Recommended Reading: The Internet of (insecure) Things and the fight for wearable disruption

Recommended Reading highlights the best long-form writing on technology in print and on the web. Some weeks, you'll also find short reviews of books dealing with the subject of technology that we think are worth your time. We hope you enjoy the read.

The Internet of Things Is Wildly Insecure - And Often Unpatchable
(1,218 words)
by Bruce Schneier, Wired


The race for the connected home has been on for sometime now, and with each passing month, it seems a new arsenal of gadgets pops up. Recently, issues surrounding the security of those internet-enabled devices have come to light -- including the ability to hack those units to shoot out a crop of spam emails. As Bruce Schneier writes, locking down that new washer or smart fridge is a lot easier said than done thanks to the lack of patching options for the exploited vulnerabilities. As you might expect, Schneier begins to lay out a worst-case scenario that he says is inevitable unless we force "embedded system vendors to design their systems better."

Why Wearable Devices Will Never Be As Disruptive As Smartphones
(1,082 words)
by Kevin McCullagh, Fast Company

Each time we get cozy with a new wearable device, we're reminded of the uphill climb that these gadgets face before they'll become mainstream tech. Here, four key roadblocks are discussed that face that particular sector -- including the fact that those interested in the self-quantified movement don't accurately represent the mindset of the masses.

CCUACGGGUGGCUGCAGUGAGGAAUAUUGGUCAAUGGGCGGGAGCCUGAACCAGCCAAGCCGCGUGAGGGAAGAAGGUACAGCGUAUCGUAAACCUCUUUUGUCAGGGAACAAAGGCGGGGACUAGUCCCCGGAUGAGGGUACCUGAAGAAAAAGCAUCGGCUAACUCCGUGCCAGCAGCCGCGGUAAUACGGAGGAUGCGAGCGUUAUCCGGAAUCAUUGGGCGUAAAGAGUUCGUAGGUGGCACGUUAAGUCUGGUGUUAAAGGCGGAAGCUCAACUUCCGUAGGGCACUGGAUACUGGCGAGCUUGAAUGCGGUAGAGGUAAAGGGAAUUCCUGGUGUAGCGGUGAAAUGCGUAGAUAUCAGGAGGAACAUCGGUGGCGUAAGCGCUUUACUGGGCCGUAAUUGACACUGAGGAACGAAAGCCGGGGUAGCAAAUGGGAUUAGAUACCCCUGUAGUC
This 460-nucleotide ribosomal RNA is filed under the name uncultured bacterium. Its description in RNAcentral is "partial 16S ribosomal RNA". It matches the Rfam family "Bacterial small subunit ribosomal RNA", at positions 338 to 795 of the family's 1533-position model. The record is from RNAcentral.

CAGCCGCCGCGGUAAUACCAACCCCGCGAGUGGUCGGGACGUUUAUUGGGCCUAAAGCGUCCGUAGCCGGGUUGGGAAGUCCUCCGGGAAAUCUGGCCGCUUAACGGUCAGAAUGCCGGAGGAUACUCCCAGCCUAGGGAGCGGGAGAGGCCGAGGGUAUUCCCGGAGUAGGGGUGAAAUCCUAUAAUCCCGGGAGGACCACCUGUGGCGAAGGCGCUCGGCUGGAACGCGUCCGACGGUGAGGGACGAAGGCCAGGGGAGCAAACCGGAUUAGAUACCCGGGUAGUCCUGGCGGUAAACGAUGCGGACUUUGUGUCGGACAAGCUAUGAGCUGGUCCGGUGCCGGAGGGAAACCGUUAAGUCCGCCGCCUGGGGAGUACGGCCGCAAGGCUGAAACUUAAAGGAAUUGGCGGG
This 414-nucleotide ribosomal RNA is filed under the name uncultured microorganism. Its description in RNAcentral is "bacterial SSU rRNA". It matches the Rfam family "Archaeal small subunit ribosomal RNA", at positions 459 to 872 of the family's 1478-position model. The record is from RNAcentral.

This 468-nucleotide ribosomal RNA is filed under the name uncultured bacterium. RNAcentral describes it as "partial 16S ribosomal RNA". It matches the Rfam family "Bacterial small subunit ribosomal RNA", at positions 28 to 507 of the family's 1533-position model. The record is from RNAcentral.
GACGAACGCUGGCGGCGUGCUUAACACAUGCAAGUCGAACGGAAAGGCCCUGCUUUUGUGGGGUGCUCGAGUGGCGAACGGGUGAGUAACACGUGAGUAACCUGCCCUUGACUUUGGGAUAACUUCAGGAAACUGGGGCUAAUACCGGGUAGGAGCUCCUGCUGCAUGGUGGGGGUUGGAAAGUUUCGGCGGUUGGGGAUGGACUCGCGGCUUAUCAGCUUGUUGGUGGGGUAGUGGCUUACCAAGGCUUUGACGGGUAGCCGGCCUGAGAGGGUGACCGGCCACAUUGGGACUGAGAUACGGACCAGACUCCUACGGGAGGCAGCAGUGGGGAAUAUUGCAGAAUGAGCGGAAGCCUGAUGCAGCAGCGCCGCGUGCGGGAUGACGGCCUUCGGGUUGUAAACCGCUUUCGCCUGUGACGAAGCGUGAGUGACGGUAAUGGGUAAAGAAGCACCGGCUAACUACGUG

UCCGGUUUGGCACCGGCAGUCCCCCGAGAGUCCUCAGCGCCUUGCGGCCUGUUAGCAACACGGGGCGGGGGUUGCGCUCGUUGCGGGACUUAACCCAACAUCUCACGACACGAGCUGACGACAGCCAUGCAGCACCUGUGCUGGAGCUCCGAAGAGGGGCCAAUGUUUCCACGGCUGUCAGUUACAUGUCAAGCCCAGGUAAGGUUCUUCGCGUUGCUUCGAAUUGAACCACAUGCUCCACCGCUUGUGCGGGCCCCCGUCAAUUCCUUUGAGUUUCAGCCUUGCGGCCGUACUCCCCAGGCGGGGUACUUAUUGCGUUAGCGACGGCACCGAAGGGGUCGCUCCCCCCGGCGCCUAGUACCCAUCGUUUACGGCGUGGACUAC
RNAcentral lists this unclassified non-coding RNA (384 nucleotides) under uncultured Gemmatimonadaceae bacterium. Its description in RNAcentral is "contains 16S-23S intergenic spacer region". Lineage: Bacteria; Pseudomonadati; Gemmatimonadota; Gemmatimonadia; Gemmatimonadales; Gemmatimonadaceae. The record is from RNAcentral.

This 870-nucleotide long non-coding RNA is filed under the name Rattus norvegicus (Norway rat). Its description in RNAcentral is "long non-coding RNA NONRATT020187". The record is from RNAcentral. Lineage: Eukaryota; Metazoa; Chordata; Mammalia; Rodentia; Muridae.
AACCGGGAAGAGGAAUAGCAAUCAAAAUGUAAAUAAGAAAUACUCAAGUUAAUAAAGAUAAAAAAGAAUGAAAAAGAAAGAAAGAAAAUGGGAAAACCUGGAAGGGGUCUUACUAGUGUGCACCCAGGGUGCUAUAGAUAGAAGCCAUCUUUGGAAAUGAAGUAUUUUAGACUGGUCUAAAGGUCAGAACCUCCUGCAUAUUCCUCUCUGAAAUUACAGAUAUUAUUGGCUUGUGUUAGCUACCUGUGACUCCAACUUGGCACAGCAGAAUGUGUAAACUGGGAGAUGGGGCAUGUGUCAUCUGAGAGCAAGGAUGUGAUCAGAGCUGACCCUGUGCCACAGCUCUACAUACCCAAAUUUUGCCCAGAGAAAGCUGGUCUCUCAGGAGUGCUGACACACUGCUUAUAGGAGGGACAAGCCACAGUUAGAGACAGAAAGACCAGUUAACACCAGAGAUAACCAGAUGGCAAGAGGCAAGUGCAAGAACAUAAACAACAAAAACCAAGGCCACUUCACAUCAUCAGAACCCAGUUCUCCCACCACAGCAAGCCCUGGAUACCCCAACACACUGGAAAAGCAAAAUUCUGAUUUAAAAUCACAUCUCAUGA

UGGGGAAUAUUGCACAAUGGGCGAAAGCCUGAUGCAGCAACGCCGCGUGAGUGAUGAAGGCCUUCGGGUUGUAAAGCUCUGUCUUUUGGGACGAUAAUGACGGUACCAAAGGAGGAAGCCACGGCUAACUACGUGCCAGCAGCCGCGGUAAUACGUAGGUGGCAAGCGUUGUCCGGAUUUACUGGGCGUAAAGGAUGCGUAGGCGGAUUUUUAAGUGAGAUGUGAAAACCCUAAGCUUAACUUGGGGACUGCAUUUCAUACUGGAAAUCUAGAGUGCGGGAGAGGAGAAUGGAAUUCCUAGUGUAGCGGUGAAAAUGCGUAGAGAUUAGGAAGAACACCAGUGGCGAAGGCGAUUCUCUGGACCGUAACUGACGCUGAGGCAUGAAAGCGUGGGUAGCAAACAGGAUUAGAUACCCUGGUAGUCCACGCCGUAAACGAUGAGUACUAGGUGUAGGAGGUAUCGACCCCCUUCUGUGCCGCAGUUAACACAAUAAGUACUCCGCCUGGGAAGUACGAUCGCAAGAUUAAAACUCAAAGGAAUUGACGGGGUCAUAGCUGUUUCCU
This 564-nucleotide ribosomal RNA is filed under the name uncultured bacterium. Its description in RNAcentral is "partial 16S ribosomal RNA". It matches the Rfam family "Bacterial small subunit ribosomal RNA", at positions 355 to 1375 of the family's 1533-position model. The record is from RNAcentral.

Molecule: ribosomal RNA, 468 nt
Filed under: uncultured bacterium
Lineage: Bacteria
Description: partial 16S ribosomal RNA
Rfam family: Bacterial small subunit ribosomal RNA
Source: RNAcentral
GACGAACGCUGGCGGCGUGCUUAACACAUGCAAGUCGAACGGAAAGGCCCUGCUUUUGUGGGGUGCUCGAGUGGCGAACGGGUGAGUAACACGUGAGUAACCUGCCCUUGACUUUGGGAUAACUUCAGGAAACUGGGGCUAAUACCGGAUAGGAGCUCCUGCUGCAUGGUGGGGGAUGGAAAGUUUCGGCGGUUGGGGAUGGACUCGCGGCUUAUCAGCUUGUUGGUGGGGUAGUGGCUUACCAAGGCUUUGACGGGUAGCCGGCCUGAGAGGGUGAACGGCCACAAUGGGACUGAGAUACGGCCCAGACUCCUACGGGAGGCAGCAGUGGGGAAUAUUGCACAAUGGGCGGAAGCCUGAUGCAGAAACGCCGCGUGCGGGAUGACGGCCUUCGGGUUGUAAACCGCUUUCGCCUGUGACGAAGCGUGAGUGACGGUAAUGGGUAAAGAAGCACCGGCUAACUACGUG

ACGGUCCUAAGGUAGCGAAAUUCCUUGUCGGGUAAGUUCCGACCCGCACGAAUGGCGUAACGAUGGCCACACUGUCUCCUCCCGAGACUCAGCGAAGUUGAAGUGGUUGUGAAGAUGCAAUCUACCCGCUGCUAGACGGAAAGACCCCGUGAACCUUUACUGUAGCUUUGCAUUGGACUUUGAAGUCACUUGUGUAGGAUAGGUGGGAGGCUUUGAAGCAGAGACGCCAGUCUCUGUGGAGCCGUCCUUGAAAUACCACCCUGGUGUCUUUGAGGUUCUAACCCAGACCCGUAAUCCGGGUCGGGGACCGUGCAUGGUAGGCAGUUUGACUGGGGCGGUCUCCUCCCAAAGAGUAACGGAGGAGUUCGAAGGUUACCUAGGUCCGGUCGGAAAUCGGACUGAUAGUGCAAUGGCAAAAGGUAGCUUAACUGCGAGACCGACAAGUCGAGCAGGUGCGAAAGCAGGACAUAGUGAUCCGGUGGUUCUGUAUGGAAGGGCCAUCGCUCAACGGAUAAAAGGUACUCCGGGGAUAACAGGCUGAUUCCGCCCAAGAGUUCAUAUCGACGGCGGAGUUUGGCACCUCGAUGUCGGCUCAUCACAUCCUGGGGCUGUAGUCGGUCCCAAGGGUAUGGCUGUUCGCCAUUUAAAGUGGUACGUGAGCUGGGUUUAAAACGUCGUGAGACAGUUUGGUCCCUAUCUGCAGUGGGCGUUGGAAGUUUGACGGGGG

Is This Thing On?
(5,662 words)
by Stan Alcorn, Digg

Ever wonder why crappy smartphone videos blow up on the internet, but a really insightful podcast goes overlooked? Well, on the whole, those broadcasts are difficult to find and most folks still aren't familiar with the term. Stan Alcorn dives into the plight of sharing audio and how places like SoundCloud are lending a hand to make sharing files of the listening sort a bit easier.


The iPod of Prison
(1,327 words)
by Joshua Hunt, The New Yorker

Believe it or not, MP3 players have yet to completely replace analog radios for inmates. In this article for The New Yorker, Joshua Hunt profiles the Sony SRF-39FP pocket radio: the "gold standard" for older listening devices that runs about 40 hours on a single AA battery. There's quite the backstory here, including the fact that the SRF-39FP was one of the first radios to use the then revolutionary CXA1129N integrated-circuit chip.


How the NSA Almost Killed the Internet
(7,273 words)
by Steven Levy, Wired

Wired's Steven Levy takes an in-depth look at the battle that Google, Facebook and other major tech outfits faced from the US government during 2013. The quest to prevent disasters dove headlong into company data over the last year, and as Levy puts it, "even if it turns the US into the number one adversary of American tech companies and their privacy-seeking customers."